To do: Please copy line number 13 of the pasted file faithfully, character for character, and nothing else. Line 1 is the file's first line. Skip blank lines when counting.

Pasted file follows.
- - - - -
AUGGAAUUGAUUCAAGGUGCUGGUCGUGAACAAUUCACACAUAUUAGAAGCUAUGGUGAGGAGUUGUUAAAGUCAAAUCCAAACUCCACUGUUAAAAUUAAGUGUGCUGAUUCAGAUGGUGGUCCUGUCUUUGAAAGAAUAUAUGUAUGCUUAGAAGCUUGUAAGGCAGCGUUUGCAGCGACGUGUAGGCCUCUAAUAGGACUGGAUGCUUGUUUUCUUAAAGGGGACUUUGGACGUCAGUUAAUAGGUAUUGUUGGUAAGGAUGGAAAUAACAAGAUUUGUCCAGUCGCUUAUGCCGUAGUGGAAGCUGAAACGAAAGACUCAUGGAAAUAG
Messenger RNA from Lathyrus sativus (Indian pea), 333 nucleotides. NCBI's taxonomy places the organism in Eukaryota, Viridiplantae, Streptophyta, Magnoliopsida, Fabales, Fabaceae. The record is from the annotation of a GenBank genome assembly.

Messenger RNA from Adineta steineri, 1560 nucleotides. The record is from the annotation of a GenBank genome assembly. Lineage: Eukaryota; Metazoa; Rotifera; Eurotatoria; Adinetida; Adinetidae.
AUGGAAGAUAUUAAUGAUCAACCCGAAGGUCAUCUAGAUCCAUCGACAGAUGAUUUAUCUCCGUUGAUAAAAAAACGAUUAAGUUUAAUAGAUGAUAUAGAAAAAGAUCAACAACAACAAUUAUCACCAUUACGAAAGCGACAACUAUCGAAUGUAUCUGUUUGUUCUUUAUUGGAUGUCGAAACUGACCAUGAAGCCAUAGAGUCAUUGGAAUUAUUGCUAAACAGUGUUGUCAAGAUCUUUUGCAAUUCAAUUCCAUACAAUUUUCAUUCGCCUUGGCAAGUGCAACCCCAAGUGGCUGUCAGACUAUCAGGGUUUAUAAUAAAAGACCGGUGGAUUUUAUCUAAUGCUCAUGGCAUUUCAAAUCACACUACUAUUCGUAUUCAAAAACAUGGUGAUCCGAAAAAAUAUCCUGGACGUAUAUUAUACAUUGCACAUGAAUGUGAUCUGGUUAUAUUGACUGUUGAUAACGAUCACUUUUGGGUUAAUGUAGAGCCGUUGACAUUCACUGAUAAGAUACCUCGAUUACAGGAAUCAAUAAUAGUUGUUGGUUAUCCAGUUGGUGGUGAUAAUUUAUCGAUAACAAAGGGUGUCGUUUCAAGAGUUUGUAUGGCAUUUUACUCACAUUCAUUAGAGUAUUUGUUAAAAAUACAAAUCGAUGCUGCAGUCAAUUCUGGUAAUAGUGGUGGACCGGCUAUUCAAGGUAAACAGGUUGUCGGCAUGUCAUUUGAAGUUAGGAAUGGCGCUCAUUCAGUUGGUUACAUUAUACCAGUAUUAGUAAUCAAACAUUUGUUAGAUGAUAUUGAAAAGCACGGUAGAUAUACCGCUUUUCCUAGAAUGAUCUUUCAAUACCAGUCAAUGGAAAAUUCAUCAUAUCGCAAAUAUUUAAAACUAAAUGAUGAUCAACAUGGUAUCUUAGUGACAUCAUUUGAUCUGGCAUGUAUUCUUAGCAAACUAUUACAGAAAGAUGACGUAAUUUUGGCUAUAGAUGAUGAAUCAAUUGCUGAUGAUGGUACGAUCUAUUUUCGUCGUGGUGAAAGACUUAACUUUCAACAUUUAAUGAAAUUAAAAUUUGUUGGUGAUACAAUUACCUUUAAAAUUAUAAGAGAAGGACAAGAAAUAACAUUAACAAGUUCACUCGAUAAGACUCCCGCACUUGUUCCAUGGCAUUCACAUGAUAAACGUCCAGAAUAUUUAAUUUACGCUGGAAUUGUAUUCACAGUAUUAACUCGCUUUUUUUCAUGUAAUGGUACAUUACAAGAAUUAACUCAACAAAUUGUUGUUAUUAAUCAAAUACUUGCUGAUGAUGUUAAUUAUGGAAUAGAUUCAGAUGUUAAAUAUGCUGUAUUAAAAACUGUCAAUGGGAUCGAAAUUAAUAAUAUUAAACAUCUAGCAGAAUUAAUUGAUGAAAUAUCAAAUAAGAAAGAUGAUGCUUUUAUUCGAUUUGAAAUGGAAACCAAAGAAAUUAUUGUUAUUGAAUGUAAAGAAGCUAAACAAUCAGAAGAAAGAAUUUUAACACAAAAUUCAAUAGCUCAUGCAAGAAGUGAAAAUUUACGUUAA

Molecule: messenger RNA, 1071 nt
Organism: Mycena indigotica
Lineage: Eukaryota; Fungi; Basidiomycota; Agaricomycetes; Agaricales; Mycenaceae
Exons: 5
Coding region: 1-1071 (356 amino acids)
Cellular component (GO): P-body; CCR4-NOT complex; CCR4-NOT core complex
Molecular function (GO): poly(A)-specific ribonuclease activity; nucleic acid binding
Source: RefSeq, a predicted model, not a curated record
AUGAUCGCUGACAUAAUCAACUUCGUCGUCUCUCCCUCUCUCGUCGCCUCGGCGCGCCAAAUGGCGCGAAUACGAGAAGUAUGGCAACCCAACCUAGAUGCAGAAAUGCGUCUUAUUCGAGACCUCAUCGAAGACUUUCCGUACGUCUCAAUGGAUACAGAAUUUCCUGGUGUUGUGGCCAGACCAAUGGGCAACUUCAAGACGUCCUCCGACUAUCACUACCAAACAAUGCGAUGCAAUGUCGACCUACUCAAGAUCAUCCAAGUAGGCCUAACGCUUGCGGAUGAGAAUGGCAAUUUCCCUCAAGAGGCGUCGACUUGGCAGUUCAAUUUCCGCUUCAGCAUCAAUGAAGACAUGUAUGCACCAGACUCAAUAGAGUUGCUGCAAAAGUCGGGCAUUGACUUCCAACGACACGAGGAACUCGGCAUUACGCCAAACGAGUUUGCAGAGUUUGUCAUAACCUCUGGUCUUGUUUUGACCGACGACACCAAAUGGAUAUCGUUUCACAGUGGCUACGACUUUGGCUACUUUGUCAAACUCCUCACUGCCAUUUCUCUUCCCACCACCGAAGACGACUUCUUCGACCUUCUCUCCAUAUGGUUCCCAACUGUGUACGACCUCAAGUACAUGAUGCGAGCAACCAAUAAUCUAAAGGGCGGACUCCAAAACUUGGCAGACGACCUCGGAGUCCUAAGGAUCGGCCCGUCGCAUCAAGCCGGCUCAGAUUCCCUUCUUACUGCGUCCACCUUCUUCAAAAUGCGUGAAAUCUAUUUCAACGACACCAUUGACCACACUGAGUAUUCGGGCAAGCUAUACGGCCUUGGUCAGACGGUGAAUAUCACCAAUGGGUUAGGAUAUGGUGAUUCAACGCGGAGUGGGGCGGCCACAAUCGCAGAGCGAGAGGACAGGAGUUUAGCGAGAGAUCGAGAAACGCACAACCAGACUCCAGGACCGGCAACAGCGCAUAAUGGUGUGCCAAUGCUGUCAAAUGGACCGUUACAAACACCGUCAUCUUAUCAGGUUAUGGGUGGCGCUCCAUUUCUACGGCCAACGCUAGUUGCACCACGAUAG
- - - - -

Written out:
AUGAUCGCUGACAUAAUCAACUUCGUCGUCUCUCCCUCUCUCGUCGCCUCGGCGCGCCAAAUGGCGCGAAUACGAGAAGUAUGGCAACCCAACCUAGAUGCAGAAAUGCGUCUUAUUCGAGACCUCAUCGAAGACUUUCCGUACGUCUCAAUGGAUACAGAAUUUCCUGGUGUUGUGGCCAGACCAAUGGGCAACUUCAAGACGUCCUCCGACUAUCACUACCAAACAAUGCGAUGCAAUGUCGACCUACUCAAGAUCAUCCAAGUAGGCCUAACGCUUGCGGAUGAGAAUGGCAAUUUCCCUCAAGAGGCGUCGACUUGGCAGUUCAAUUUCCGCUUCAGCAUCAAUGAAGACAUGUAUGCACCAGACUCAAUAGAGUUGCUGCAAAAGUCGGGCAUUGACUUCCAACGACACGAGGAACUCGGCAUUACGCCAAACGAGUUUGCAGAGUUUGUCAUAACCUCUGGUCUUGUUUUGACCGACGACACCAAAUGGAUAUCGUUUCACAGUGGCUACGACUUUGGCUACUUUGUCAAACUCCUCACUGCCAUUUCUCUUCCCACCACCGAAGACGACUUCUUCGACCUUCUCUCCAUAUGGUUCCCAACUGUGUACGACCUCAAGUACAUGAUGCGAGCAACCAAUAAUCUAAAGGGCGGACUCCAAAACUUGGCAGACGACCUCGGAGUCCUAAGGAUCGGCCCGUCGCAUCAAGCCGGCUCAGAUUCCCUUCUUACUGCGUCCACCUUCUUCAAAAUGCGUGAAAUCUAUUUCAACGACACCAUUGACCACACUGAGUAUUCGGGCAAGCUAUACGGCCUUGGUCAGACGGUGAAUAUCACCAAUGGGUUAGGAUAUGGUGAUUCAACGCGGAGUGGGGCGGCCACAAUCGCAGAGCGAGAGGACAGGAGUUUAGCGAGAGAUCGAGAAACGCACAACCAGACUCCAGGACCGGCAACAGCGCAUAAUGGUGUGCCAAUGCUGUCAAAUGGACCGUUACAAACACCGUCAUCUUAUCAGGUUAUGGGUGGCGCUCCAUUUCUACGGCCAACGCUAGUUGCACCACGAUAG